Orchestral Tools Junkie XL Brass Now Available

Orchestral Tools has introduced Junkie XL Brass, a new brass library created in collaboration with composer, producer & synthesist Tom Holkenborg.

Junkie XL Brass offers a full orchestral brass set-up in a single package, recorded with a consistent set of articulations for all instruments and sections. Classic brass instruments – including trumpets, french horns, trombones, cimbassi and a tuba – were sampled in several different section sizes, to provide depth and versatility, with a dynamic range from pianissimo to fortissimo.

Junkie XL Brass also offers a total of 16 microphone positions, ranging from unprocessed to production-ready mixes done by movie scoring mixer Alan Meyerson.

“I am a perfectionist in the studio and was determined to bring that same level of attention and detail to my first public sample library,” says Holkenborg. “I want this to inspire my fellow composers, at whatever level they may be working, and give them access to the best possible product that I could make.”

Features:

  • Created by Tom Holkenborg (aka Junkie XL).
  • Consistent set of articulations for all instruments.
  • Many different section sizes.
  • Five recorded dynamic layers for each instrument.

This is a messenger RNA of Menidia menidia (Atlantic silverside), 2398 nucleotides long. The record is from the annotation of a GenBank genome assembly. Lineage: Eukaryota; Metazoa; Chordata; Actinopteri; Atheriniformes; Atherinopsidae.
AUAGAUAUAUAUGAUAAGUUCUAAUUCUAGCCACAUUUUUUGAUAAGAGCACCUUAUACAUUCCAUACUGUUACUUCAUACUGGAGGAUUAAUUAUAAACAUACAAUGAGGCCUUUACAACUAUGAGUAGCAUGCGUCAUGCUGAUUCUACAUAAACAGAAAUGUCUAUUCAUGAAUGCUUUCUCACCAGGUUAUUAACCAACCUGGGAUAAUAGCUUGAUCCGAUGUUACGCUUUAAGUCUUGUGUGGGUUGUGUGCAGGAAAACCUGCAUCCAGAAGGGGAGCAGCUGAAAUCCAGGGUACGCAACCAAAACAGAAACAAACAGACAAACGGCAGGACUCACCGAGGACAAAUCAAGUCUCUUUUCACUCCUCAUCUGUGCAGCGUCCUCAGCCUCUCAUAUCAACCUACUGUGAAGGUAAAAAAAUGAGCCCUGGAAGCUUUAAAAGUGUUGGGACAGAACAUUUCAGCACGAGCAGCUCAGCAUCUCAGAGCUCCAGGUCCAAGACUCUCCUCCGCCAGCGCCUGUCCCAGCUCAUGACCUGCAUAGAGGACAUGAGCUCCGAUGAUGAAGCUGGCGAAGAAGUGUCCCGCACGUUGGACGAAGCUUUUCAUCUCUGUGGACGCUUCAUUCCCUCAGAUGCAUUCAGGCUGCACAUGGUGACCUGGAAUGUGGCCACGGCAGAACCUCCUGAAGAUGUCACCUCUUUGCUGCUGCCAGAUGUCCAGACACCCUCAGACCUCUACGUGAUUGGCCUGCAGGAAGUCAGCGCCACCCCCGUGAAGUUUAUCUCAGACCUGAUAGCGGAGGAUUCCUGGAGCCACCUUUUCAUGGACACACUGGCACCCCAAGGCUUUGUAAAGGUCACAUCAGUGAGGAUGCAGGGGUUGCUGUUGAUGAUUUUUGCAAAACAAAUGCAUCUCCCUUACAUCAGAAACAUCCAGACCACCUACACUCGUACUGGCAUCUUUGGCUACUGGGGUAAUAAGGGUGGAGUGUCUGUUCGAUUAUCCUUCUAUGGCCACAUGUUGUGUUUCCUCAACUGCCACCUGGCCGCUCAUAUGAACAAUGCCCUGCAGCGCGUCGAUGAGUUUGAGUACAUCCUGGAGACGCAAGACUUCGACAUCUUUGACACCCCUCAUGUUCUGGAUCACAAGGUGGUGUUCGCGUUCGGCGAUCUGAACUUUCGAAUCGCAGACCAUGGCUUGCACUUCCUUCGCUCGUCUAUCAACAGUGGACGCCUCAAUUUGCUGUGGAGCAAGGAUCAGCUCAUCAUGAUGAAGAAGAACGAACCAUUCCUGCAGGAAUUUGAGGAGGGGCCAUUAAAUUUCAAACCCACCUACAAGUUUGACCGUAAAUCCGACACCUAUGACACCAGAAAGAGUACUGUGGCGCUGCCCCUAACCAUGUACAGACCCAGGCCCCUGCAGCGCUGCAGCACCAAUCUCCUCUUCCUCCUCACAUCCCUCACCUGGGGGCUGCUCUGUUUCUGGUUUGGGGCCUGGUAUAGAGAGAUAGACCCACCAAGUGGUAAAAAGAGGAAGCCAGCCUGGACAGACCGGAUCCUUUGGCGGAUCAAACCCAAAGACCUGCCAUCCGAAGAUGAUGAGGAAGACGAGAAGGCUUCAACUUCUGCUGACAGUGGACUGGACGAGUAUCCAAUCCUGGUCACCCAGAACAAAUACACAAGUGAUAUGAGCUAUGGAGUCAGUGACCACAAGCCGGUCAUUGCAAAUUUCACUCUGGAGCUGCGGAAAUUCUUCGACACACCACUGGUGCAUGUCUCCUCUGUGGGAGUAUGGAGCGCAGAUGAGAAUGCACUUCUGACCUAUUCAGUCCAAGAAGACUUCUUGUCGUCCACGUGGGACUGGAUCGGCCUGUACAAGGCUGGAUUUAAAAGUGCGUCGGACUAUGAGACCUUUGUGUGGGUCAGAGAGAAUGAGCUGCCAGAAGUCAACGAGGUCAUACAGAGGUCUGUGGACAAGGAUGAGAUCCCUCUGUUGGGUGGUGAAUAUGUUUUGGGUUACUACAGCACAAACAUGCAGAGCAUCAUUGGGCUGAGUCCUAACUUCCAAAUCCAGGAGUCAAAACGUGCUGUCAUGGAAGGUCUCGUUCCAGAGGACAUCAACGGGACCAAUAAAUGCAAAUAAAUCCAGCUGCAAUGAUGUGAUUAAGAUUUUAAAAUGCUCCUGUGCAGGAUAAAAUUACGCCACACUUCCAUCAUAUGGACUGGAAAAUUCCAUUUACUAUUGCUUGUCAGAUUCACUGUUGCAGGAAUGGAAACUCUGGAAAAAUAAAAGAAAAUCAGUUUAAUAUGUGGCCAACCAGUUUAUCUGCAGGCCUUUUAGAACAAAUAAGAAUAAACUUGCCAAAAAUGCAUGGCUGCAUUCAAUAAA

• Dynamic crossfading is ‘exceptionally smooth and industry leading.’
  • 16 microphone positions.
  • Production-ready mixes done by Alan Meyerson.
  • Recorded at the Teldex Scoring Stage in Berlin.
  • Works with Orchestral Tools’ SINE Player (VST/AU).
  • 690GB of samples (300GB SINEarc compressed), 24Bit/48KHz patches.

Here’s an introduction and in-depth demo of Junkie XL Brass:

Pricing and Availability

Junkie XL Brass is available now with an intro price of 599 EUR through January 20th, 2020 (regularly 749 EUR).

4 thoughts on “Orchestral Tools Junkie XL Brass Now Available

  1. Predictably powerful, but there’s a line between people who can fully apply this and the host of enlightened dabblers who will never score diddly. I’d be willing to bet that more of us buy a couple of smaller, semi-comprehensive sets from EastWest or the like. Synth players often just want sharp string pads or a hot trumpet. You have to reach Tom’s level to know what al talone means in string terms or use it well. If you’re just beginning to really orchestrate, look at quality starter items like MOTU’s Symphonic Instrument or Garritan Personal Orchestra. If you hit the limits of one of those, then you’re ready to start collecting Orchestral Tools or VSO sections.

  2. I’m kind of a semi-dabbler. I’ve done big orchestral productions, and some medium-sized dance scores, and compose quite a bit.

    As a trombone player, I’ve always found the entry-level brass libraries to be very disappointing. Dynamics are messed up, releases aren’t right, and overall playability just isn’t there.

    For what this appears to be, the price is reasonable. And the included instruments and sections seem great.

    For me what is daunting is the size. 690 GB is probably fine for some power users, but I don’t think I need 9 mic positions– especially if they’ve gone all out with articulations, and however many dynamic levels. But if I did more scoring, this would be an insta-buy.

    If they ever release a mid-level version with all of the same instruments/sections, but only stereo, and a smaller foot print, storage-wise, I would get it.

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